There's a few things the title of the new ZZ Top album, X X X, can stand for. It could be for a particular kind of movie rating; maybe that's why Billy F Gibbons, Dusty Hill and Frank Beard offer a conspiratorial, communal leer when that possibility is raised.
It may be a nod to Dos Equis beer, one of the trio's favorite brews.
Or it might signify the 30 years "that little ol' band from Texas" has been together. "We're allowing that confusion to remain," Gibbons says of the mysterious and ambiguous title. "The truth is, nobody quite knows what the expected meaning was to be."
Suffice to say that whatever you call it, X X X is the latest offering from a band that doesn't have to explain itself -- but, rather, has done just that through three decades of varied and adventurous music making, a far more ambitious path than you'd ever expect from a guitar, bass and drums trio.
What IS ZZ Top? It's blues and rock. Texas and Memphis. Grit and grins. Cheap sunglasses and sharp-dressed men. Gorgeous women and fast cars -- or is that gorgeous cars and fast... well, you get the idea. But inside it all is a sound and an attitude that's sold millions of records, a combination of Gibbons' pesos-plucked guitar, Hill's rumbling bass and beardless Beard's deceptively sly rhythms.
"I guess we could attempt singing all sorts of styles of music," Gibbons notes, "but nothing really gets too far away from being identifiable as 'Oh, there's ZZ Top. There's some elements that remain that make it identifiable as 'those three bearded boys."
Those elements are there in abundance on X X X, which has all the winking humor and musical gutsiness of its 12 predecessors. Originally conceived as a live album, X X X combines eight new studio tracks with four live selections, a blend that worked so well on 1975's "Fandango!" The concert tracks come from unannounced surprise club shows around the country. The studio tracks, meanwhile, were cut mostly in the trio's natural progression following the back-to-basics exercise of 1996's "Rhythmeen."
"I thought that 'Rhythmeen' really re-established to the fans who were curious if ZZ Top still has a piece of that just pure trio left," Gibbons explains. " (X X X) is perhaps a little more accurate to the tradition of what ZZ Top has done on most of the other records, and that's pushed and pulled at whatever might add to a sound. There's drum loops and even some synthesizer parts show up -- things that we haven't done in awhile but are nonetheless valid and legitimate studio exercises."
Of course, like most ZZ Top albums, X X X is not to be picked apart and analyzed. Rather, it's to be consumed and enjoyed as a piece, from the sizzling licks of "Poke Chop Sandwich" -- an homage of sorts to blues great Lightnin' Hopkins and his drummer Spider, who kept a pork chop sandwich on his kit -- to the barroom blitz of "Fearless Boogie," the hubba-hubba grind of "36-22-36," the psychedelic overtones of "Trippin' " and the sonic odyssey of "Dreadmonboogaloo," a salute to nocturnal DJ Art "Senor Saucer" Bell, whose radio program often escorted the Top boys home from sessions in the wee hours shortly before dawn.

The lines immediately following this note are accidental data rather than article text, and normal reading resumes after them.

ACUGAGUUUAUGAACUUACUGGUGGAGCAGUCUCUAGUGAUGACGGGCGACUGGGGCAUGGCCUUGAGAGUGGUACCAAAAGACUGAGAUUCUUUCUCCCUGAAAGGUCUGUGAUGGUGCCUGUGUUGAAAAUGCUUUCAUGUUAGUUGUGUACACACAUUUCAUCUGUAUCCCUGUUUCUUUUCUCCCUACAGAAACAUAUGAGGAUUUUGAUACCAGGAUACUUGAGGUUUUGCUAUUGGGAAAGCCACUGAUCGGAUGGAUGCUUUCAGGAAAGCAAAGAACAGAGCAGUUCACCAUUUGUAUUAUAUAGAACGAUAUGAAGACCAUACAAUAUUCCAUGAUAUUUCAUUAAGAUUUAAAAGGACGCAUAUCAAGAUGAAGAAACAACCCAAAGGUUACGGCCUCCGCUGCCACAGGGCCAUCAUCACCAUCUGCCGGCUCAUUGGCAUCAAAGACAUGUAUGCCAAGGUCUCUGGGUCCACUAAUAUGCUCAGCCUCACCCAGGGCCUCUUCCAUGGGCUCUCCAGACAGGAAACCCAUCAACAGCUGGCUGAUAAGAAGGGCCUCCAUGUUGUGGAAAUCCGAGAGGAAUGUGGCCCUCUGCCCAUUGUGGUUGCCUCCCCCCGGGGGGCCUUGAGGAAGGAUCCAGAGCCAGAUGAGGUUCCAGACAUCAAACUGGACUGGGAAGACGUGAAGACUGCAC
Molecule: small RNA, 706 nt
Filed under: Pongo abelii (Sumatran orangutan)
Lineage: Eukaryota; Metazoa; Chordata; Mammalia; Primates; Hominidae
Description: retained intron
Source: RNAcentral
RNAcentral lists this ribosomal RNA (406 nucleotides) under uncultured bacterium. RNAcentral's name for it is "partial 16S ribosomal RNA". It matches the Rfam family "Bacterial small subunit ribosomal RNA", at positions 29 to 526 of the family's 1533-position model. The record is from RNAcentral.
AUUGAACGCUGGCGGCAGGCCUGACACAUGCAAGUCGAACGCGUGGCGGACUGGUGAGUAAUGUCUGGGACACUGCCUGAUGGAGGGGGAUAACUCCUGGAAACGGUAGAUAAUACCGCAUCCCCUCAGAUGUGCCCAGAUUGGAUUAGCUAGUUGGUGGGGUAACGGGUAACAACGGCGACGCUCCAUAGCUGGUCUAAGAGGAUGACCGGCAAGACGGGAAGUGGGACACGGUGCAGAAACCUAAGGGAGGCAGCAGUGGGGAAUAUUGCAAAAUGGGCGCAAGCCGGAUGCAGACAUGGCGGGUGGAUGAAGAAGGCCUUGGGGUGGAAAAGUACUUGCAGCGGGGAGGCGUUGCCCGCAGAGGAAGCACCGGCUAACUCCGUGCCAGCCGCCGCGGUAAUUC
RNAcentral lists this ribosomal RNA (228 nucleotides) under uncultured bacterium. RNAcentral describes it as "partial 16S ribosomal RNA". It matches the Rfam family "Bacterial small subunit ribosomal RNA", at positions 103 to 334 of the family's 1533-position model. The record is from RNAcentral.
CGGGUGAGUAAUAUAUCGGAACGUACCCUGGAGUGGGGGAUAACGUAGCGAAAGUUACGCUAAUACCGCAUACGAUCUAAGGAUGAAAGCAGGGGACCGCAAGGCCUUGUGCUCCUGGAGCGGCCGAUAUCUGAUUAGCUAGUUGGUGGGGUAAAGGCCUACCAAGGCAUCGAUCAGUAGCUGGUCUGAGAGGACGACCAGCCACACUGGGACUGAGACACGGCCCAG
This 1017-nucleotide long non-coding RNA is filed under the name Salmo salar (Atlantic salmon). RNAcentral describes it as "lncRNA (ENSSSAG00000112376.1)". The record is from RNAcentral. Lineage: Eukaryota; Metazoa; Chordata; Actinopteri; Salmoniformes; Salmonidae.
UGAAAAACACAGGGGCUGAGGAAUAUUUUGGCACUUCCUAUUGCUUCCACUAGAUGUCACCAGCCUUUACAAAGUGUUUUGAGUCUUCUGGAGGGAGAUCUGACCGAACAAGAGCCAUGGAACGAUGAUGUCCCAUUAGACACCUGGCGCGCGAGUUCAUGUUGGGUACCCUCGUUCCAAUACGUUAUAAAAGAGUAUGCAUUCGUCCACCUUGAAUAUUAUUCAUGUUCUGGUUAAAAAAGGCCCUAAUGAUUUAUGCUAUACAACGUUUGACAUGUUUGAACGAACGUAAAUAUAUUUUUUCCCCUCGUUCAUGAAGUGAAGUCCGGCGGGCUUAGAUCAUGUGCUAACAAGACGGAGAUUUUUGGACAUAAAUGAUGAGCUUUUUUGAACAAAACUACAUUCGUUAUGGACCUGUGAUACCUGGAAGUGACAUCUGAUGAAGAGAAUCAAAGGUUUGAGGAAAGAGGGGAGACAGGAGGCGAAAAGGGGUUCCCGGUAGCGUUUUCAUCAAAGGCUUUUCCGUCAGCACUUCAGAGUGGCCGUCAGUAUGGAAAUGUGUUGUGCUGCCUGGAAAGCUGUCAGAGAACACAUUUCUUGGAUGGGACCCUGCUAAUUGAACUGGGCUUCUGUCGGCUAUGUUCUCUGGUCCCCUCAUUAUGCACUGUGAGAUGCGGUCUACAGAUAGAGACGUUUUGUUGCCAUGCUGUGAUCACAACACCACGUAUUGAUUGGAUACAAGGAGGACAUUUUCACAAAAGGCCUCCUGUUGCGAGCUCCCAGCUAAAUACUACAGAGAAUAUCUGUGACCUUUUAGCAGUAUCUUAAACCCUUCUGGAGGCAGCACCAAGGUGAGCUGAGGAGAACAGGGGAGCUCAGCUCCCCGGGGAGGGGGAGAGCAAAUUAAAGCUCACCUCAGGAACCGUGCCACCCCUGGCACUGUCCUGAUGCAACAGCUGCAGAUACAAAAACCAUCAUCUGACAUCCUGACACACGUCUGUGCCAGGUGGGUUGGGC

On the live side, we have "Sinpusher," a variation of the "Antenna" album's "Pincushion" because "one night we played it and forgot the words, and we liked this one better," Gibbons says. We're also graced with the Hill-sung blues take of "(Let Me Be Your) Teddy Bear" -- complete with a "lost" verse. And those listening closely to "Hey Mr. Millionaire" can hear a rare vocal performance by guitar great Jeff Beck, a ZZ buddy who hunkered down with Gibbons in a Dallas hotel to rekindle the spirit of mutual favorite Robert Johnson.
All told, X X X shows ZZ Top is entering its fourth decade in fine form, another stunning accomplishment to join the list that includes -- in no particular order -- the now historic Worldwide Texas Tour, countless gold and platinum albums, a new RIAA Diamond Award for selling more than 10 million copies of the "Eliminator" album, MTV Video Music Awards, a halftime performance at Super Bowl XXXI, honors from seemingly every politician in Texas (free chicken dinners, folks...) and, perhaps most importantly, the group's heartfelt patronage of the Delta Blues Museum in Clarksdale, Miss.
And the best news is that there's no sign -- praise the lord -- of stopping any time soon.
"We still enjoy playing together," Gibbons says. "And as a band, that means a lot, if not everything, in this unified pursuit of the collective unknown. I don't know of anything that we have more fun doing. In fact, we've been in this band longer than marriage, longer than school, longer than anything we've ever done. And it doesn't seem like 30 years, either."